Fractacular; Students present annual fractal show

By Guadalupe Santos-Sanchez, Staff Reporter

The many months’ worth of hard work and research done by CNM students was put together for the Math League’s fourth annual Fractal Show, said Vicki Kelsey, Math League president.

The CNM Student Math League hosted this year’s Fractal Show on Nov. 21, she said.

“We look at different aspects of fractals, it is a huge research project that members of the math league do so that we can present this show,” she said.

The hard work and research done by all of the stu­dents that put this together rivals the work and research that is presented in any major research university, she said.

Every year the show is different and presents differ­ent aspects of what a fractal is, she said.

“The presentation is meant to inform and teach, so we set up our presentation to focus on different things,” she said.

The goal of this presentation was to show people how math really relates to their everyday world, in both complex and ordinary ways, she said.

This year the presentation consisted of an intro­duction to fractals, the Fibonacci sequence, fractals in nature, fractals in a complex plane, and the golden ratio, Kelsey said.

The whole presentation also included interac­tive activities and visuals that were passed around to the audience.

This year the show consisted of presenters like DJ Lopez, Vicki Kelsey, Chris Bryer, Eric Torres, Vidar Sanchez, Greg Dugay, and many other people that have a love for fractals, said Math League faculty advi­sor Judy Lalani.

Fractals occur all throughout nature and the universe, Kelsey said.

It is the repetition of self-similarity, so a fractal is something that is looked at down to the smallest dimensions in a microscope and shows similar copies of what it looks like in its larger state,” she said.

“Mathematically we can compute that self-similarity is basically what some people would call defined chaos,” she said.

The Fibonacci sequence was thoroughly explained by Physics League president Chris Bryer and Physics League vice president Eric Torres.

“The Fibonacci sequence is found all over in nature, it is also in architecture and art, and it is an infinite sequence that just repeats itself over and over,” Bryer said.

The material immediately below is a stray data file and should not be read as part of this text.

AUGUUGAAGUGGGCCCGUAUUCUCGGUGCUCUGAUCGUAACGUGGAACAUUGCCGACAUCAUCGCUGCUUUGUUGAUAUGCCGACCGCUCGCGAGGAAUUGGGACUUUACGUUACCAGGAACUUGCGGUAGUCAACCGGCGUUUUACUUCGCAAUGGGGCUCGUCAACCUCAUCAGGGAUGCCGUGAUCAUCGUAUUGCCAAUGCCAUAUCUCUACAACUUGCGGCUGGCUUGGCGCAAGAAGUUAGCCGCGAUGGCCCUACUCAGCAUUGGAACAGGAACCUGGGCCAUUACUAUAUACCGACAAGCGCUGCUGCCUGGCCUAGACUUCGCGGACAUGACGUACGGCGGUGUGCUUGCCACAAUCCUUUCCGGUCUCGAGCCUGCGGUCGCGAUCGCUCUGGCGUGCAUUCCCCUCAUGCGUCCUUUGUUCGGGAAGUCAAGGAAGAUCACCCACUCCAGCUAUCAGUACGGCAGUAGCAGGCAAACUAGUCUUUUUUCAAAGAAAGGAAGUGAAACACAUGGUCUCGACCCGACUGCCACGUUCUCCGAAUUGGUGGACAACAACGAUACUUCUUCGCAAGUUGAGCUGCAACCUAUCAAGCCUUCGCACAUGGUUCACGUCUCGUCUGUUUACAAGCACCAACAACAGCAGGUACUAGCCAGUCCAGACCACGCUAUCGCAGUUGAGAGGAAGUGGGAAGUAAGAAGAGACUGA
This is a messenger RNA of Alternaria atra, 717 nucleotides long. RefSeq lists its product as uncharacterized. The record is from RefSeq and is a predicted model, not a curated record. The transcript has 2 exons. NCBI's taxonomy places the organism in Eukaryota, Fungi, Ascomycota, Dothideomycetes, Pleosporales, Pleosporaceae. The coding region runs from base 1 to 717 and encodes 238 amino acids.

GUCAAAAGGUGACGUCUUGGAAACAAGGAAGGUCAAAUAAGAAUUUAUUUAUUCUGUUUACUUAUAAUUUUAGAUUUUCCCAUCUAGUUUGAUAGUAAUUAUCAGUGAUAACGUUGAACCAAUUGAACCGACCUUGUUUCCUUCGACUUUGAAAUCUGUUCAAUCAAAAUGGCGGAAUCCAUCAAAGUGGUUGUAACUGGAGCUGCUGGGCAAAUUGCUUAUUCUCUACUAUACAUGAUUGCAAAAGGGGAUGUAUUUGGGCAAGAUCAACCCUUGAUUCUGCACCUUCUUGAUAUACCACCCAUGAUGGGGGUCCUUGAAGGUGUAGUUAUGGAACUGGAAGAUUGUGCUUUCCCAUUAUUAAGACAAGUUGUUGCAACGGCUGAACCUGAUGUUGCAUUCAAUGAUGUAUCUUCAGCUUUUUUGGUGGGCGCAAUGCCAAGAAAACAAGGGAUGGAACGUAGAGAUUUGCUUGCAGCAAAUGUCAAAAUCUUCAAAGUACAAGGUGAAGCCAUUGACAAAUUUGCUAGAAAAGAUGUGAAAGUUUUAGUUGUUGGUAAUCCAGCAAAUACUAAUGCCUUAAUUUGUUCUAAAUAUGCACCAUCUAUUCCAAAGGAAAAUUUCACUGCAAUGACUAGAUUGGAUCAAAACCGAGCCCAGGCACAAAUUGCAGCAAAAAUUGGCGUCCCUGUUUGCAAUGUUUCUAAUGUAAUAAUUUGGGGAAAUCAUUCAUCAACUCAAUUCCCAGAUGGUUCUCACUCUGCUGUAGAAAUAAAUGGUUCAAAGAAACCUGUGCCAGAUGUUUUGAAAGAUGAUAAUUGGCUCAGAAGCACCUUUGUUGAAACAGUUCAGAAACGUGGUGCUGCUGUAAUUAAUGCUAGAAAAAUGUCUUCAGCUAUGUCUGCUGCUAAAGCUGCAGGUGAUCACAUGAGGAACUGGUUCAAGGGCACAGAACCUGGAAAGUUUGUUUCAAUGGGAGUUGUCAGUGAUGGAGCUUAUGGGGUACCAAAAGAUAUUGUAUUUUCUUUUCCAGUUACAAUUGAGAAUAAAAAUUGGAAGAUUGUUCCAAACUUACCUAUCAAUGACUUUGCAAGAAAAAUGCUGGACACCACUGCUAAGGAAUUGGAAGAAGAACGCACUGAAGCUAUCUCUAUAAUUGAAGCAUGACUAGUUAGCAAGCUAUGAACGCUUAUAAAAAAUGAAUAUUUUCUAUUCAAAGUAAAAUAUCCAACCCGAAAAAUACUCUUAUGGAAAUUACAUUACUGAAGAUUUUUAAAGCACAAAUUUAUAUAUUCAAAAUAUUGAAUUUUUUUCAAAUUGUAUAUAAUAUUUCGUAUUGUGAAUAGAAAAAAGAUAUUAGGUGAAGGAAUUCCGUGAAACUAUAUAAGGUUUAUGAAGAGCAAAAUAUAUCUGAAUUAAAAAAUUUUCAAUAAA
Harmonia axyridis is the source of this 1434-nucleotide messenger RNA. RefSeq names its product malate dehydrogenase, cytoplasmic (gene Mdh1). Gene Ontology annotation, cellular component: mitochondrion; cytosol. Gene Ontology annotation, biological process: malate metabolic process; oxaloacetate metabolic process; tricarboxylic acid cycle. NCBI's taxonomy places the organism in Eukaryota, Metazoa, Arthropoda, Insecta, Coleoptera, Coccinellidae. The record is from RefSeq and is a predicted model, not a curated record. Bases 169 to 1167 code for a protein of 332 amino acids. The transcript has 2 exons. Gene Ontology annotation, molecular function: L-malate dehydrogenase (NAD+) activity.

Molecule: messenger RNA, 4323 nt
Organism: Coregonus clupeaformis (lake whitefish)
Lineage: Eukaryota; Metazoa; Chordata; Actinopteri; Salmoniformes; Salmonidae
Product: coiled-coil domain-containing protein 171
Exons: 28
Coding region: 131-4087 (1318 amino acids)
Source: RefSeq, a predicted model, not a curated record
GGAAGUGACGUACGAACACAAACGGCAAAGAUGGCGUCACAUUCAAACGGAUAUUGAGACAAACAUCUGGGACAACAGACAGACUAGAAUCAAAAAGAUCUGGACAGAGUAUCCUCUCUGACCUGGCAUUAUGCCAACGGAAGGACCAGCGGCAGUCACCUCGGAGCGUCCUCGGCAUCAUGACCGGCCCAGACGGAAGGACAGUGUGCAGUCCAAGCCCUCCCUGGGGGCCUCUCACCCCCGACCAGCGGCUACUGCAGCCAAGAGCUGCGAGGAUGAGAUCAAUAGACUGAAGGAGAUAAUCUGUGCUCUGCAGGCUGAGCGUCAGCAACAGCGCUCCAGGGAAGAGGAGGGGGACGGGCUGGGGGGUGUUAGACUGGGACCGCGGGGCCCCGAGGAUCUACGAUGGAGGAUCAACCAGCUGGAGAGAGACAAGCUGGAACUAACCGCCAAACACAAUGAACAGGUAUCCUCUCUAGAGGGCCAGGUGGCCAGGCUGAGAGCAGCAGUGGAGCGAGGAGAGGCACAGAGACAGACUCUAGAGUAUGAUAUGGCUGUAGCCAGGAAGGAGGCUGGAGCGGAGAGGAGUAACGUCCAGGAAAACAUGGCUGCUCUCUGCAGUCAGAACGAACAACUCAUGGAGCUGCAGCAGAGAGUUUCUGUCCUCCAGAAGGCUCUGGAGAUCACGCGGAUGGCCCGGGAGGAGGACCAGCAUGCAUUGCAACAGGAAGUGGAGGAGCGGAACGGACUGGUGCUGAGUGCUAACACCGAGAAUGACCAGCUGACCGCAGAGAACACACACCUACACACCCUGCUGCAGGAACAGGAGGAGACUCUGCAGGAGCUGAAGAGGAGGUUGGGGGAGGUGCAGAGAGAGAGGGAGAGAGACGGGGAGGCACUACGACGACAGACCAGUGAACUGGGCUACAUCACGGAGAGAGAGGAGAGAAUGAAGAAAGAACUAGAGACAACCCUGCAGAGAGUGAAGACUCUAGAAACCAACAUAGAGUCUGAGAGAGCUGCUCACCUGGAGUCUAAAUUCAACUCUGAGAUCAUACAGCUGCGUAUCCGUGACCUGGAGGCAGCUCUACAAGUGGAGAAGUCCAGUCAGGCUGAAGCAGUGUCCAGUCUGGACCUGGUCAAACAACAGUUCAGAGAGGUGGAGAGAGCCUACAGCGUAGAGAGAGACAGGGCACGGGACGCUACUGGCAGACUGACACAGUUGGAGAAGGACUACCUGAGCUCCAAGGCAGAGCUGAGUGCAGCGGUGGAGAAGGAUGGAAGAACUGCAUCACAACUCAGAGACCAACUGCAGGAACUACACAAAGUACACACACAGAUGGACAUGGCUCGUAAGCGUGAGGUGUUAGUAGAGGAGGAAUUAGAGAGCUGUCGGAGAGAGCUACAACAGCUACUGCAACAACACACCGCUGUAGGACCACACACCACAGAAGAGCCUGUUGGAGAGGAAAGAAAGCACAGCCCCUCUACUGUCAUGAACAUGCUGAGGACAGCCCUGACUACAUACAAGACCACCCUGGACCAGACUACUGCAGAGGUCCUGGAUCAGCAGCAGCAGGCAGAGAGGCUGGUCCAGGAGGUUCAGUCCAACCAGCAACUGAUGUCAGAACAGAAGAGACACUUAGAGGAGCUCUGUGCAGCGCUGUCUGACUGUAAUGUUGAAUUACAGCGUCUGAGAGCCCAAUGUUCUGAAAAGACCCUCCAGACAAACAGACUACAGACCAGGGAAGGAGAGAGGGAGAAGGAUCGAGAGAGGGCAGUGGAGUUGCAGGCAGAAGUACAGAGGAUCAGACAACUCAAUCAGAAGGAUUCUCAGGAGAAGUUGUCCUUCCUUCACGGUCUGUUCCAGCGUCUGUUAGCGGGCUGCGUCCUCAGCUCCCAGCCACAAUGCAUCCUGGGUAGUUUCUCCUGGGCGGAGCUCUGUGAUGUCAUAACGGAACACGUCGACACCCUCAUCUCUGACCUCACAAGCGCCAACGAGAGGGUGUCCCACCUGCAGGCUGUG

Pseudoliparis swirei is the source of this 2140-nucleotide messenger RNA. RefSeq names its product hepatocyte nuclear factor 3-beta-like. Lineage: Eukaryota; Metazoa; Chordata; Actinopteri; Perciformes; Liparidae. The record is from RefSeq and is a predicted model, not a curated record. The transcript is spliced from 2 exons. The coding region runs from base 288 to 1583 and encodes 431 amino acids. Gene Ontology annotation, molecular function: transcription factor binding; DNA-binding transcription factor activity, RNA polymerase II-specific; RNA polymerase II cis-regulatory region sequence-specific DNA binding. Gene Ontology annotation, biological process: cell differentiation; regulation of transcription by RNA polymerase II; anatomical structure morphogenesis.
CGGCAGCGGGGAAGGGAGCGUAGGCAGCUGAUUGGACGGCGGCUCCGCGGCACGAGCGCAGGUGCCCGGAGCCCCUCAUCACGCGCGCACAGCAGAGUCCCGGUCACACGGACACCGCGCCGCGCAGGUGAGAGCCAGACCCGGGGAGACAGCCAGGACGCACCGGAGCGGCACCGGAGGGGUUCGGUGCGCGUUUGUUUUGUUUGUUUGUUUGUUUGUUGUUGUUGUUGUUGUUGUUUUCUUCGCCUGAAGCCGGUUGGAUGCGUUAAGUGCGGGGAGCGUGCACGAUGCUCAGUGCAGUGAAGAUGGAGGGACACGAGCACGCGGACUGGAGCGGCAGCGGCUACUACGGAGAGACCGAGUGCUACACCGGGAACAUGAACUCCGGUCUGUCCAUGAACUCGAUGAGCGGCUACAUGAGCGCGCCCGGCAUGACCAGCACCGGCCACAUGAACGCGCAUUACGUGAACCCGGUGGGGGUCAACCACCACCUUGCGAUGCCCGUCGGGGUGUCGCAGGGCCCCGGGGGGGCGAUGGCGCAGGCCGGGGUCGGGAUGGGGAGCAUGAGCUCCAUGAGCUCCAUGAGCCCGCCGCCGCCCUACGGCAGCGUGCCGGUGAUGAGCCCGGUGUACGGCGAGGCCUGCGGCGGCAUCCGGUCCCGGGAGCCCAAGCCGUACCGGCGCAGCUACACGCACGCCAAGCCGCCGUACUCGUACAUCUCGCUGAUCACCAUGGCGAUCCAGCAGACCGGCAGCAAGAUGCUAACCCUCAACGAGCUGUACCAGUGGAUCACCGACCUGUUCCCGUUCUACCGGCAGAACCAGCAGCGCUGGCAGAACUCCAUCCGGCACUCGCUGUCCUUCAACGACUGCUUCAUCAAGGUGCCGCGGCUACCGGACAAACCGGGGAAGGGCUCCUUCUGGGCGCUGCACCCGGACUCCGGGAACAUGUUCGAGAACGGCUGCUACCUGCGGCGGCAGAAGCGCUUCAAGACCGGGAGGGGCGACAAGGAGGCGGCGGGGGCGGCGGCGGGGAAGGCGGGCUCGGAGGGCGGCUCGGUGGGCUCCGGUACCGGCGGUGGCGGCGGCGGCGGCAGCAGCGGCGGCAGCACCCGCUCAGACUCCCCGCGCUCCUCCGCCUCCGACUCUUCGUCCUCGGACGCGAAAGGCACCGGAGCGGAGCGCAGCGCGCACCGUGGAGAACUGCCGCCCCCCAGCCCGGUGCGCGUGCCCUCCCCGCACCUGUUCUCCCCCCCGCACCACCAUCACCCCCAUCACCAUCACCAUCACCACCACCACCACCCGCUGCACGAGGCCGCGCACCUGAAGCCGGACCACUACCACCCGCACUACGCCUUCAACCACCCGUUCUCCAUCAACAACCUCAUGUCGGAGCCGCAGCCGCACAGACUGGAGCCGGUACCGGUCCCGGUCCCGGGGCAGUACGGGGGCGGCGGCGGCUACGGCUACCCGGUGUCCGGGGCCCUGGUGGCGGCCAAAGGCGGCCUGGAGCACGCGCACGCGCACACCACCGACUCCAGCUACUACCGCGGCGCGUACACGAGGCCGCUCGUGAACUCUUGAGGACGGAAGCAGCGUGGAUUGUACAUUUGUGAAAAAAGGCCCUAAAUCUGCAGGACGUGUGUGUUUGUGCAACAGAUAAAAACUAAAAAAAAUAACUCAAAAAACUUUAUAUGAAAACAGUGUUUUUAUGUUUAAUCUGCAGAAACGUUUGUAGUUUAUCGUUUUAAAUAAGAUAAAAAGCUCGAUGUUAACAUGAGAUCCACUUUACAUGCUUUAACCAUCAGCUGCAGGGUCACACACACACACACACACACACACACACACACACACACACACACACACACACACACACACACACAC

Fractals were shown in Fibonacci sequence in nature, in art and architecture, and even in a song, he said.

The presentation also allowed for the further expla­nation of how the Fibonacci sequence, the golden ratio, and irrational numbers all relate, said Torres

The presenters also used interactive activities to help better visualize the Fibonacci sequence and the golden ratio, he said.

Vidar Sanchez, secretary of the Student Math League focused on the fractals in nature part of the presentation.

“There are two main characteristics of fractals that I encourage, one is that they are everywhere and the other is their feature of self-similarity,” Sanchez said.

To help the audience better visualize fractals and self-similarity in nature a Romanesco broccoli, which is a plant with a self-similar form was passed around the audience, he said.

Aside from speaking of fractals in nature, Sanchez also spoke of fractals in technology and in medicine.

Aaron Legits, Student Math League treasurer pre­sented the topic of fractals on a complex plane.

At the end of the presentation, audience members were given the chance to ask questions that were then answered by the faculty advisor, Judy Lalani.

The Student Math League is a chartered student organization that meets to work every Saturday at 10 a.m. in the JS building, room 303, Kelsey said.

They hope, with the Fractal Show, to peak people’s interest in math and the Student Math League, she said.

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